You will need extra time to get settled, so I say go ahead (especially if you have a ton of bags and things to set up). If you’re traveling solo and have the window seat, just take advantage of this time to use the restroom and change the baby. A fresh diaper always makes for a better take off!
5. Global Entry/TSA Precheck
Having Global Entry for this trip saved me more time and stress than I could possibly explain here. Global Entry is basically a way to get pre-screened for expedited check-in and customs clearance while traveling. It costs about $100 and is valid for 5 years. If you don’t plan to travel internationally, you could accomplish the same thing with just TSA Precheck. Precheck is included in Global Entry, so it’s totally worth it!
Also, just to be clear, each individual traveling should really have Precheck. However, to the extent you are traveling with an infant, and both parents have Global Entry or Precheck, TSA will usually just let everyone through. However, if your kid is old enough to have his or her own seat, he or she is probably old enough to have her own Global Entry approval (otherwise called a “known traveler ID” number).
6. Look for Other Families
This one kind of goes without saying. My daughter is at an age where she is fascinated by other children. If we managed to sit in an area of the airport where there were other children, she would just sit and observe (or try to play with them). It was such a great way to keep her occupied. That said, be sure to have hand sanitizer handy!
7. Ride Along Carts
You know those glorified golf carts that take people around the airport. The ones you are always worried will run over your foot? Those are MAGICAL when you have a kid at the airport! I’m pretty sure anyone can hop in, but it makes more sense to have the cart drive you around if you are traveling with an infant.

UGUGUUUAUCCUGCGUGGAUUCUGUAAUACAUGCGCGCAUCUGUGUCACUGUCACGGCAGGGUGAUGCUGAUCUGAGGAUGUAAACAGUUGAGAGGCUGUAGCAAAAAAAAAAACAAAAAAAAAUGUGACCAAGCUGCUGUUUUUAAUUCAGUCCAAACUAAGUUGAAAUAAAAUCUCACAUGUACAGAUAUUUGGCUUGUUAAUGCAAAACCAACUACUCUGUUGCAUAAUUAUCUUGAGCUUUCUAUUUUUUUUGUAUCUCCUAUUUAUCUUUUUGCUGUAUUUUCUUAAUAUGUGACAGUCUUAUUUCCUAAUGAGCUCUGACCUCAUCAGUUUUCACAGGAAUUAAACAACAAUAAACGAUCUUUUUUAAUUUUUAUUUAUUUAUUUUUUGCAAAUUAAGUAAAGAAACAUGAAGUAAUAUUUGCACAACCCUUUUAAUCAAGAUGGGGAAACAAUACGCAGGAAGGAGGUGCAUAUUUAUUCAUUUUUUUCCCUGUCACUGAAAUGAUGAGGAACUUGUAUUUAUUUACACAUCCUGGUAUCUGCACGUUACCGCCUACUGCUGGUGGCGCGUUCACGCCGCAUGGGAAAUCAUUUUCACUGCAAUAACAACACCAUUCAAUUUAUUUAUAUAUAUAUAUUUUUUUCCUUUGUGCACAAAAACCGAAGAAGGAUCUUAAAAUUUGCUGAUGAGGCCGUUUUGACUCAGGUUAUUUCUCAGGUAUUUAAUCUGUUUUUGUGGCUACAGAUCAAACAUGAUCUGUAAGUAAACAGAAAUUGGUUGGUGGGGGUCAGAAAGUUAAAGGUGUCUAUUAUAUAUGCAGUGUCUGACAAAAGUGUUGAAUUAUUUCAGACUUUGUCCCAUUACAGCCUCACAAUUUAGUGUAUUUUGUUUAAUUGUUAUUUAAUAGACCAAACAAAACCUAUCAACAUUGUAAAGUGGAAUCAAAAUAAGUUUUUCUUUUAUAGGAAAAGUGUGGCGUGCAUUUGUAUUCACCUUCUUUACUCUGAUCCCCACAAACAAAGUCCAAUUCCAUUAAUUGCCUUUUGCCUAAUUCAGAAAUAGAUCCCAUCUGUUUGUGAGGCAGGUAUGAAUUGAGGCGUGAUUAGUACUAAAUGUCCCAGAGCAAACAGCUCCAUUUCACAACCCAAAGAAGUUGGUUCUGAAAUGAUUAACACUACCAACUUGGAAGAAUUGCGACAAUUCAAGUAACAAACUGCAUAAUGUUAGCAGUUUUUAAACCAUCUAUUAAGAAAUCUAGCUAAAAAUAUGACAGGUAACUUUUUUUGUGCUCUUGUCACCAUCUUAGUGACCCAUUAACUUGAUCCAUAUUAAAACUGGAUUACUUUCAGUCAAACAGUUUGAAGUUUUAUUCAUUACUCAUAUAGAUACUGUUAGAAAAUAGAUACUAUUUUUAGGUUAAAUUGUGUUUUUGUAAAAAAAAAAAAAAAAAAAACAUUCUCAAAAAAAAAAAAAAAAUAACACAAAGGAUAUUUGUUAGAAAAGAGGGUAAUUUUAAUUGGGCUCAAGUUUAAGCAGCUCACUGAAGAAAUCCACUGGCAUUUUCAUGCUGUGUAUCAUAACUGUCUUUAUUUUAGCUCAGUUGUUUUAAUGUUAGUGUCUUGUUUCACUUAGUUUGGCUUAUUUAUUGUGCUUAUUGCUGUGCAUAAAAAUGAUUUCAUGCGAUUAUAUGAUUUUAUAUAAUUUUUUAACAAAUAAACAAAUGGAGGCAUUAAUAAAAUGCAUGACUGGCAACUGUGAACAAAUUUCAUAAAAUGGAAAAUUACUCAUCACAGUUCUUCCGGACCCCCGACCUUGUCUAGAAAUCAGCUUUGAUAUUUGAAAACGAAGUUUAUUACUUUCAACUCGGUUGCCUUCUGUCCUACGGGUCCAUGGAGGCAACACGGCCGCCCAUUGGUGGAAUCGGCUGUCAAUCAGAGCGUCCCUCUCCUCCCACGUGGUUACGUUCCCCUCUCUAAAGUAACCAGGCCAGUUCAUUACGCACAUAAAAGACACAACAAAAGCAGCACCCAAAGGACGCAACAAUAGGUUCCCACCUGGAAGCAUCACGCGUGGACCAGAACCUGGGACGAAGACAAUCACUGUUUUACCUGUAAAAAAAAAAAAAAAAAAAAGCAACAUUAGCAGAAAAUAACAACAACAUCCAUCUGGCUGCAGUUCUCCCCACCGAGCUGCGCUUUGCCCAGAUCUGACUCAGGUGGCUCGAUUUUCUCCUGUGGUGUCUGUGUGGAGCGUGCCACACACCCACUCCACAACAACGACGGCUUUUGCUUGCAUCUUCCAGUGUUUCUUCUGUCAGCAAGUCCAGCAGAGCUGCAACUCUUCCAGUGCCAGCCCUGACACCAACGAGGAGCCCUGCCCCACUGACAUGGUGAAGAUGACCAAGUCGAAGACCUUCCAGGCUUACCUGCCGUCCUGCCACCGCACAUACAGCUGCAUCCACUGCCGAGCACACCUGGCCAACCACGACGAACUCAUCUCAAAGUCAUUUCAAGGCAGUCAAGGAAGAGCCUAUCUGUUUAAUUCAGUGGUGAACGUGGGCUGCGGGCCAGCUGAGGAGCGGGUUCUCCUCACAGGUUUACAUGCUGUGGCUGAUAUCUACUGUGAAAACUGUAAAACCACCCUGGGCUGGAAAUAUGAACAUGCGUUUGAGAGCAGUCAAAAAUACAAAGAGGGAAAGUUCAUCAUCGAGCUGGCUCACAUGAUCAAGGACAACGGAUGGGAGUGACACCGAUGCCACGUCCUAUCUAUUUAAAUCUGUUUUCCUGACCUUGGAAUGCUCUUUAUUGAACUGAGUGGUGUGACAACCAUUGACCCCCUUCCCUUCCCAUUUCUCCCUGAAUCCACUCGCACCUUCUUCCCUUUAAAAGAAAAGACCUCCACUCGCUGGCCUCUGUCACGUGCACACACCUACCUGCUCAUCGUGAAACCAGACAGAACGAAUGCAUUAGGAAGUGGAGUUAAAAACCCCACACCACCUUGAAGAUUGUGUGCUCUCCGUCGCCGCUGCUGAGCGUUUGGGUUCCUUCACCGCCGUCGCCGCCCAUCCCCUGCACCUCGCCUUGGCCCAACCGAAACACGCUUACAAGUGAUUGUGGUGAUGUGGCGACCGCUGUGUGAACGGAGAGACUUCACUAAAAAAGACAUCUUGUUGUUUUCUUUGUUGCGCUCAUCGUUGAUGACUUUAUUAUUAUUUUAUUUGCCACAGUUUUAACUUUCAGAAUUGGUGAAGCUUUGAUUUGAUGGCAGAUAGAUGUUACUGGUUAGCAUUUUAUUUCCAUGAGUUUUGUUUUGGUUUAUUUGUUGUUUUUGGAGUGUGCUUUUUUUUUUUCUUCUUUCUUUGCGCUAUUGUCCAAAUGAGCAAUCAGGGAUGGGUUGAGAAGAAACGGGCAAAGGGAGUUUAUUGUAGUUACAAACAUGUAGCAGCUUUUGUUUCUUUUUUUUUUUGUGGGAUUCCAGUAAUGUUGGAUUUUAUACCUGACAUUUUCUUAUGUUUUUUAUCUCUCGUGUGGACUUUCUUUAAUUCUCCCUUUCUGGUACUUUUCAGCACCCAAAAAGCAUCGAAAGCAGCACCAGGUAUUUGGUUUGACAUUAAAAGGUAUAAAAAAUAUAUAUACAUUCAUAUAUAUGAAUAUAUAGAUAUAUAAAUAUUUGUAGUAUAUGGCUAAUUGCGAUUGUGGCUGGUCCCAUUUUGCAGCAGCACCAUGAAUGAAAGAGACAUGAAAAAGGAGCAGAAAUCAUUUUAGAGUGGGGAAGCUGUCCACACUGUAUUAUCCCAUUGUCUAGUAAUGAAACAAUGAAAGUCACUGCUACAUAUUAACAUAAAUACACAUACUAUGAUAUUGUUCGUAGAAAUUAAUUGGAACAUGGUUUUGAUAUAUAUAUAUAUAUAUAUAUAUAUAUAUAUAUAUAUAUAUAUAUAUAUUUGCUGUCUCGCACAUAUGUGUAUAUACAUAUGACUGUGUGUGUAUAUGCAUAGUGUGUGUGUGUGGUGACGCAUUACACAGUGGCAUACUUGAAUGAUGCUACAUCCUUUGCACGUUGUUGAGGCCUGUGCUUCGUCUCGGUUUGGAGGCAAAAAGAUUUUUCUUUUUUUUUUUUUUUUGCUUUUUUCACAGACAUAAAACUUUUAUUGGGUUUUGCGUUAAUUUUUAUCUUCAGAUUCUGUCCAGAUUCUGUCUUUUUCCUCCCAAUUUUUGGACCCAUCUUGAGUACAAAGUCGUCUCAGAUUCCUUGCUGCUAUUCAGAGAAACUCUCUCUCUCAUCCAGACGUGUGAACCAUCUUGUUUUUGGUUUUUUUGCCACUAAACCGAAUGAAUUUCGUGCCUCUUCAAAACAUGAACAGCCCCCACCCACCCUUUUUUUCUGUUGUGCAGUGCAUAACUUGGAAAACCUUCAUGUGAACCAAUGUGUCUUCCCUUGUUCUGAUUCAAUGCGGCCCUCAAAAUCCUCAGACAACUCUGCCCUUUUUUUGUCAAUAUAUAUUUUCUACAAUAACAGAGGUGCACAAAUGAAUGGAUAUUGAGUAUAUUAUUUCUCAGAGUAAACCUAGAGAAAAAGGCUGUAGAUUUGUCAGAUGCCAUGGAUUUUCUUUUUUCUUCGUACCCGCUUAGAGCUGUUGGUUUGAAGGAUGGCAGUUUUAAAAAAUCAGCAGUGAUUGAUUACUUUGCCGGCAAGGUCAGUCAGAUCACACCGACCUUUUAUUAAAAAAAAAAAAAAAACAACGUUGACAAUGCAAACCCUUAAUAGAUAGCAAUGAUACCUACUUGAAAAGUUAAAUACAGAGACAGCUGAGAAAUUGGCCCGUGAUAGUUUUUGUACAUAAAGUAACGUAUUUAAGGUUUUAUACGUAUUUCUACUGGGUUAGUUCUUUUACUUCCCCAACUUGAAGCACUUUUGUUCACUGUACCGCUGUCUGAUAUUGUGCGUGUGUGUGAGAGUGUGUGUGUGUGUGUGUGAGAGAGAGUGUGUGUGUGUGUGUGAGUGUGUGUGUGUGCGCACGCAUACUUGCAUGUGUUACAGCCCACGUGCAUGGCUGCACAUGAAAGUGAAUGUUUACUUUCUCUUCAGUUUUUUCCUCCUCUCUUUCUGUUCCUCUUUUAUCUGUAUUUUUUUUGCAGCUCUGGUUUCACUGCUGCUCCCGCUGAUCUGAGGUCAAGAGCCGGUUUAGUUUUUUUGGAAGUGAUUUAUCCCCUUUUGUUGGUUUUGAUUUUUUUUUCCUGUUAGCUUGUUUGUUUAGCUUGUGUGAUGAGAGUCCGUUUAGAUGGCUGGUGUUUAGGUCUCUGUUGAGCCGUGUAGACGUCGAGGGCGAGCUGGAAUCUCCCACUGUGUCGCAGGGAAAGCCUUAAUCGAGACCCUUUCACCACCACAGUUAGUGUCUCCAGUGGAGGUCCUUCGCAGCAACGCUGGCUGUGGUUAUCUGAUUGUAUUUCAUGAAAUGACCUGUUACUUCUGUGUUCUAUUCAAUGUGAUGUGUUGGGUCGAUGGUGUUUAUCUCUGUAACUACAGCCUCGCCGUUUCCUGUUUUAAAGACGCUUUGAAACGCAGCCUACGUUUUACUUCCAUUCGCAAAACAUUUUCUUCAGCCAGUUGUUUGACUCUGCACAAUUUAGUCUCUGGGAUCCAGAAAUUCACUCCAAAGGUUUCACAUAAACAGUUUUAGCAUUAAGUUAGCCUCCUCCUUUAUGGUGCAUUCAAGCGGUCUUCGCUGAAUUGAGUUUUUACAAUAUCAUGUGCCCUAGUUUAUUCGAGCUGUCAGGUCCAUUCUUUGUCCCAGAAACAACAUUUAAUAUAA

First, the kid will love it! There’s a ton of people-watching. It zips through the airport very quickly. You get help with your bags. Of course, it also helps to tip the driver a few dollars, as the carts are operated by private, third-party companies that contract with the airport. Enjoy the ride!
8. Pack Well
This goes without saying, but I’ll say it anyway. Have everything you need to get out quickly within arm’s reach. Packing well is so important that I wrote an entire post about what to pack in your diaper bag. That said, you also get a carry-on. So, use all that space as best as possible.
Restaurants are a great place to take a break with a toddler. Everybody’s gotta eat. Most restaurants have high chairs or booster seats for your infants, so you can eat without having to chase them around. Plus, there is great people-watching at restaurants. (In case you haven’t noticed yet, most of my suggestions involve a change of scenery and people-watching.)